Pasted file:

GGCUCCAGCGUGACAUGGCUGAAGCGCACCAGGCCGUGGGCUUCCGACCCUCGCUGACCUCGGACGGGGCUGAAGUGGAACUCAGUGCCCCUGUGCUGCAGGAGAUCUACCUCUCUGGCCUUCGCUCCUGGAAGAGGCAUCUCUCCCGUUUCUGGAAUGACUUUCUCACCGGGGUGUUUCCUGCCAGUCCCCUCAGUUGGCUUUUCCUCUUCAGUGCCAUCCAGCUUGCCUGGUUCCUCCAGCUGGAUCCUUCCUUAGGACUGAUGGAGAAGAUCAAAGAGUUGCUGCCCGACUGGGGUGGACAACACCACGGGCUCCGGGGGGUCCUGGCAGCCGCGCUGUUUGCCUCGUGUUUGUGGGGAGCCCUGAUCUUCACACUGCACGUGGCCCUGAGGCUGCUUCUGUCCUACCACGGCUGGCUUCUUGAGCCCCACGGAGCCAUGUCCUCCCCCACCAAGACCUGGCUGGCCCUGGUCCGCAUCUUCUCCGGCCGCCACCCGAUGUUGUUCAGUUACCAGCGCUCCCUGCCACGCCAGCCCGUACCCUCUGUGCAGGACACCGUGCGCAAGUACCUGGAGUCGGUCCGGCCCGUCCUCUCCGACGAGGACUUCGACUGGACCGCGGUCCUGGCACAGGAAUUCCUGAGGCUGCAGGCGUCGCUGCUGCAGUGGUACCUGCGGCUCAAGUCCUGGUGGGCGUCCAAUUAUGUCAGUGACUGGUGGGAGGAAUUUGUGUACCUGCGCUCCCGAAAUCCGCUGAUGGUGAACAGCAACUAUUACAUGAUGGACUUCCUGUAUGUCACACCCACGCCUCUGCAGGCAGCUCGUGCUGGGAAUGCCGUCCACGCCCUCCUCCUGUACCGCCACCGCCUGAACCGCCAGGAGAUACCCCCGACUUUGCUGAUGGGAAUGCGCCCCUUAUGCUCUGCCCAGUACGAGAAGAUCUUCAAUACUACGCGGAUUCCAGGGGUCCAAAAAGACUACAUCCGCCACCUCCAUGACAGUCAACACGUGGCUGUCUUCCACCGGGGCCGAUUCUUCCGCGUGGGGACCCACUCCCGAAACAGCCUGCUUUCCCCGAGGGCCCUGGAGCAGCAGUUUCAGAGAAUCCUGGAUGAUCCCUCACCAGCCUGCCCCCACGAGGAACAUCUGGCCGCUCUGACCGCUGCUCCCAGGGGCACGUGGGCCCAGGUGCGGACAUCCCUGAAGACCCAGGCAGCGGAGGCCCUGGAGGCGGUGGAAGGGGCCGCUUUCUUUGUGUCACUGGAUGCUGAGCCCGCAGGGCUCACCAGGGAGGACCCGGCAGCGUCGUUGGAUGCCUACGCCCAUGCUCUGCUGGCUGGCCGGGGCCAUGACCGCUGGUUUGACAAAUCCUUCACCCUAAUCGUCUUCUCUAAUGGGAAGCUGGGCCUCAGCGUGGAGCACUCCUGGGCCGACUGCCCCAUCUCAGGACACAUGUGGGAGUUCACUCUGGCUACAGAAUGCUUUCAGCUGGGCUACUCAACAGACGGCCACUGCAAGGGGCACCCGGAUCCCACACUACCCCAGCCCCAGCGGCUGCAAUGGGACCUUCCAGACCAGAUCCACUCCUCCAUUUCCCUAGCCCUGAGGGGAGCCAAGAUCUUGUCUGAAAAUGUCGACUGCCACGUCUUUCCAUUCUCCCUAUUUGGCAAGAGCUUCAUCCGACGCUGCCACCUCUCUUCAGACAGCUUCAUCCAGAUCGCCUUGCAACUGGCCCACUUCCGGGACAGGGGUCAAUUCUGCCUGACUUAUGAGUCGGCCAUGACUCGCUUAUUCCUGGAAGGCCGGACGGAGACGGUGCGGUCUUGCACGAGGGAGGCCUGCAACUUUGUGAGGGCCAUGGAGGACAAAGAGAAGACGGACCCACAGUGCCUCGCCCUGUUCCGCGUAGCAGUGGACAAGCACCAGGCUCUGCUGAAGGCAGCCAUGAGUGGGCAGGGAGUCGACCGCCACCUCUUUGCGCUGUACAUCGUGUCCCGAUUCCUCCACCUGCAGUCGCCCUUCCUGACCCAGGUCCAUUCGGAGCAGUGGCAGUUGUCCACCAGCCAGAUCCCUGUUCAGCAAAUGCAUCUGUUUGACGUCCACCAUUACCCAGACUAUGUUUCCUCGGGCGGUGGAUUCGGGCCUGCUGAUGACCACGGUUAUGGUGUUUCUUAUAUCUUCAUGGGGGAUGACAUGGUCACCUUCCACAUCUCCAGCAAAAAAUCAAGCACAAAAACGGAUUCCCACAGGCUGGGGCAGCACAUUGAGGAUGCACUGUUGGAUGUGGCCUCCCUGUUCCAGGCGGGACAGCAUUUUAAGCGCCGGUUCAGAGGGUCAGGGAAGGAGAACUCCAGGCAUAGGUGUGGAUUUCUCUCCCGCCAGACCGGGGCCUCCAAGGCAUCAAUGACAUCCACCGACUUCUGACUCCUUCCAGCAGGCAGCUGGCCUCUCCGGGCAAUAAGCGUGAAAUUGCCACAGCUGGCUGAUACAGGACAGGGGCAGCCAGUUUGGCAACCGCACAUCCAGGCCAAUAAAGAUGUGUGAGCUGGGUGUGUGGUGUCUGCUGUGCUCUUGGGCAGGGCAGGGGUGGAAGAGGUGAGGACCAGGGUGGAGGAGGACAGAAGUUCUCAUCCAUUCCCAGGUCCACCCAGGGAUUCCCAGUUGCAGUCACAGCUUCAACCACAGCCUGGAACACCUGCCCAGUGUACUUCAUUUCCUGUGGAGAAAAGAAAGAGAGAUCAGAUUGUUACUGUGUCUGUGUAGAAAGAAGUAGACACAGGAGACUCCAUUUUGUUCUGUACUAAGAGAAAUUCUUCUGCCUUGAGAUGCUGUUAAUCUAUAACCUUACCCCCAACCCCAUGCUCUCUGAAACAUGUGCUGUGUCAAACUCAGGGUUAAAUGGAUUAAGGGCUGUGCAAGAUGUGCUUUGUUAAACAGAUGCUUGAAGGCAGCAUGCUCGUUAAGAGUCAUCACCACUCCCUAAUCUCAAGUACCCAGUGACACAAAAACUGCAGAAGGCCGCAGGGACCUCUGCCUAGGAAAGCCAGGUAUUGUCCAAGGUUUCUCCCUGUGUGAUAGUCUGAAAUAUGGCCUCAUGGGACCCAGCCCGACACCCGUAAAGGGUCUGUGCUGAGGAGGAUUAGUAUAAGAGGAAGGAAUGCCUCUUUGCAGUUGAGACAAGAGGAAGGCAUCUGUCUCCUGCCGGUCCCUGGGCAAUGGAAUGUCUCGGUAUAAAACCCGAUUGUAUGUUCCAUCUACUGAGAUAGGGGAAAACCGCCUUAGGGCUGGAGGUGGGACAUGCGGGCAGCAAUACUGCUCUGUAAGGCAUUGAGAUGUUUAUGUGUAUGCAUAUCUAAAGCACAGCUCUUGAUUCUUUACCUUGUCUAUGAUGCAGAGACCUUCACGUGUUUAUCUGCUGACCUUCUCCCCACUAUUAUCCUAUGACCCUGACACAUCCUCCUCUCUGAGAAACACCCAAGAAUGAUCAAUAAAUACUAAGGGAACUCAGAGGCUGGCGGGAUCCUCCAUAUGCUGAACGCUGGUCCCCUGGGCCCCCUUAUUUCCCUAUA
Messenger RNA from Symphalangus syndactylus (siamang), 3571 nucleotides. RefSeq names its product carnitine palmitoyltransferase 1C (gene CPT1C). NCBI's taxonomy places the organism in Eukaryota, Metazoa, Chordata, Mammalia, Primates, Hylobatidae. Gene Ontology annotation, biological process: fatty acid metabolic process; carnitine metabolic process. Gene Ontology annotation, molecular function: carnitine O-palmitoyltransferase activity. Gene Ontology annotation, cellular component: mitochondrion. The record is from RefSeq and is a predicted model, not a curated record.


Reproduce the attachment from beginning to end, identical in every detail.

GGCUCCAGCGUGACAUGGCUGAAGCGCACCAGGCCGUGGGCUUCCGACCCUCGCUGACCUCGGACGGGGCUGAAGUGGAACUCAGUGCCCCUGUGCUGCAGGAGAUCUACCUCUCUGGCCUUCGCUCCUGGAAGAGGCAUCUCUCCCGUUUCUGGAAUGACUUUCUCACCGGGGUGUUUCCUGCCAGUCCCCUCAGUUGGCUUUUCCUCUUCAGUGCCAUCCAGCUUGCCUGGUUCCUCCAGCUGGAUCCUUCCUUAGGACUGAUGGAGAAGAUCAAAGAGUUGCUGCCCGACUGGGGUGGACAACACCACGGGCUCCGGGGGGUCCUGGCAGCCGCGCUGUUUGCCUCGUGUUUGUGGGGAGCCCUGAUCUUCACACUGCACGUGGCCCUGAGGCUGCUUCUGUCCUACCACGGCUGGCUUCUUGAGCCCCACGGAGCCAUGUCCUCCCCCACCAAGACCUGGCUGGCCCUGGUCCGCAUCUUCUCCGGCCGCCACCCGAUGUUGUUCAGUUACCAGCGCUCCCUGCCACGCCAGCCCGUACCCUCUGUGCAGGACACCGUGCGCAAGUACCUGGAGUCGGUCCGGCCCGUCCUCUCCGACGAGGACUUCGACUGGACCGCGGUCCUGGCACAGGAAUUCCUGAGGCUGCAGGCGUCGCUGCUGCAGUGGUACCUGCGGCUCAAGUCCUGGUGGGCGUCCAAUUAUGUCAGUGACUGGUGGGAGGAAUUUGUGUACCUGCGCUCCCGAAAUCCGCUGAUGGUGAACAGCAACUAUUACAUGAUGGACUUCCUGUAUGUCACACCCACGCCUCUGCAGGCAGCUCGUGCUGGGAAUGCCGUCCACGCCCUCCUCCUGUACCGCCACCGCCUGAACCGCCAGGAGAUACCCCCGACUUUGCUGAUGGGAAUGCGCCCCUUAUGCUCUGCCCAGUACGAGAAGAUCUUCAAUACUACGCGGAUUCCAGGGGUCCAAAAAGACUACAUCCGCCACCUCCAUGACAGUCAACACGUGGCUGUCUUCCACCGGGGCCGAUUCUUCCGCGUGGGGACCCACUCCCGAAACAGCCUGCUUUCCCCGAGGGCCCUGGAGCAGCAGUUUCAGAGAAUCCUGGAUGAUCCCUCACCAGCCUGCCCCCACGAGGAACAUCUGGCCGCUCUGACCGCUGCUCCCAGGGGCACGUGGGCCCAGGUGCGGACAUCCCUGAAGACCCAGGCAGCGGAGGCCCUGGAGGCGGUGGAAGGGGCCGCUUUCUUUGUGUCACUGGAUGCUGAGCCCGCAGGGCUCACCAGGGAGGACCCGGCAGCGUCGUUGGAUGCCUACGCCCAUGCUCUGCUGGCUGGCCGGGGCCAUGACCGCUGGUUUGACAAAUCCUUCACCCUAAUCGUCUUCUCUAAUGGGAAGCUGGGCCUCAGCGUGGAGCACUCCUGGGCCGACUGCCCCAUCUCAGGACACAUGUGGGAGUUCACUCUGGCUACAGAAUGCUUUCAGCUGGGCUACUCAACAGACGGCCACUGCAAGGGGCACCCGGAUCCCACACUACCCCAGCCCCAGCGGCUGCAAUGGGACCUUCCAGACCAGAUCCACUCCUCCAUUUCCCUAGCCCUGAGGGGAGCCAAGAUCUUGUCUGAAAAUGUCGACUGCCACGUCUUUCCAUUCUCCCUAUUUGGCAAGAGCUUCAUCCGACGCUGCCACCUCUCUUCAGACAGCUUCAUCCAGAUCGCCUUGCAACUGGCCCACUUCCGGGACAGGGGUCAAUUCUGCCUGACUUAUGAGUCGGCCAUGACUCGCUUAUUCCUGGAAGGCCGGACGGAGACGGUGCGGUCUUGCACGAGGGAGGCCUGCAACUUUGUGAGGGCCAUGGAGGACAAAGAGAAGACGGACCCACAGUGCCUCGCCCUGUUCCGCGUAGCAGUGGACAAGCACCAGGCUCUGCUGAAGGCAGCCAUGAGUGGGCAGGGAGUCGACCGCCACCUCUUUGCGCUGUACAUCGUGUCCCGAUUCCUCCACCUGCAGUCGCCCUUCCUGACCCAGGUCCAUUCGGAGCAGUGGCAGUUGUCCACCAGCCAGAUCCCUGUUCAGCAAAUGCAUCUGUUUGACGUCCACCAUUACCCAGACUAUGUUUCCUCGGGCGGUGGAUUCGGGCCUGCUGAUGACCACGGUUAUGGUGUUUCUUAUAUCUUCAUGGGGGAUGACAUGGUCACCUUCCACAUCUCCAGCAAAAAAUCAAGCACAAAAACGGAUUCCCACAGGCUGGGGCAGCACAUUGAGGAUGCACUGUUGGAUGUGGCCUCCCUGUUCCAGGCGGGACAGCAUUUUAAGCGCCGGUUCAGAGGGUCAGGGAAGGAGAACUCCAGGCAUAGGUGUGGAUUUCUCUCCCGCCAGACCGGGGCCUCCAAGGCAUCAAUGACAUCCACCGACUUCUGACUCCUUCCAGCAGGCAGCUGGCCUCUCCGGGCAAUAAGCGUGAAAUUGCCACAGCUGGCUGAUACAGGACAGGGGCAGCCAGUUUGGCAACCGCACAUCCAGGCCAAUAAAGAUGUGUGAGCUGGGUGUGUGGUGUCUGCUGUGCUCUUGGGCAGGGCAGGGGUGGAAGAGGUGAGGACCAGGGUGGAGGAGGACAGAAGUUCUCAUCCAUUCCCAGGUCCACCCAGGGAUUCCCAGUUGCAGUCACAGCUUCAACCACAGCCUGGAACACCUGCCCAGUGUACUUCAUUUCCUGUGGAGAAAAGAAAGAGAGAUCAGAUUGUUACUGUGUCUGUGUAGAAAGAAGUAGACACAGGAGACUCCAUUUUGUUCUGUACUAAGAGAAAUUCUUCUGCCUUGAGAUGCUGUUAAUCUAUAACCUUACCCCCAACCCCAUGCUCUCUGAAACAUGUGCUGUGUCAAACUCAGGGUUAAAUGGAUUAAGGGCUGUGCAAGAUGUGCUUUGUUAAACAGAUGCUUGAAGGCAGCAUGCUCGUUAAGAGUCAUCACCACUCCCUAAUCUCAAGUACCCAGUGACACAAAAACUGCAGAAGGCCGCAGGGACCUCUGCCUAGGAAAGCCAGGUAUUGUCCAAGGUUUCUCCCUGUGUGAUAGUCUGAAAUAUGGCCUCAUGGGACCCAGCCCGACACCCGUAAAGGGUCUGUGCUGAGGAGGAUUAGUAUAAGAGGAAGGAAUGCCUCUUUGCAGUUGAGACAAGAGGAAGGCAUCUGUCUCCUGCCGGUCCCUGGGCAAUGGAAUGUCUCGGUAUAAAACCCGAUUGUAUGUUCCAUCUACUGAGAUAGGGGAAAACCGCCUUAGGGCUGGAGGUGGGACAUGCGGGCAGCAAUACUGCUCUGUAAGGCAUUGAGAUGUUUAUGUGUAUGCAUAUCUAAAGCACAGCUCUUGAUUCUUUACCUUGUCUAUGAUGCAGAGACCUUCACGUGUUUAUCUGCUGACCUUCUCCCCACUAUUAUCCUAUGACCCUGACACAUCCUCCUCUCUGAGAAACACCCAAGAAUGAUCAAUAAAUACUAAGGGAACUCAGAGGCUGGCGGGAUCCUCCAUAUGCUGAACGCUGGUCCCCUGGGCCCCCUUAUUUCCCUAUA
Messenger RNA from Symphalangus syndactylus (siamang), 3571 nucleotides. RefSeq names its product carnitine palmitoyltransferase 1C (gene CPT1C). NCBI's taxonomy places the organism in Eukaryota, Metazoa, Chordata, Mammalia, Primates, Hylobatidae. Gene Ontology annotation, biological process: fatty acid metabolic process; carnitine metabolic process. Gene Ontology annotation, molecular function: carnitine O-palmitoyltransferase activity. Gene Ontology annotation, cellular component: mitochondrion. The record is from RefSeq and is a predicted model, not a curated record.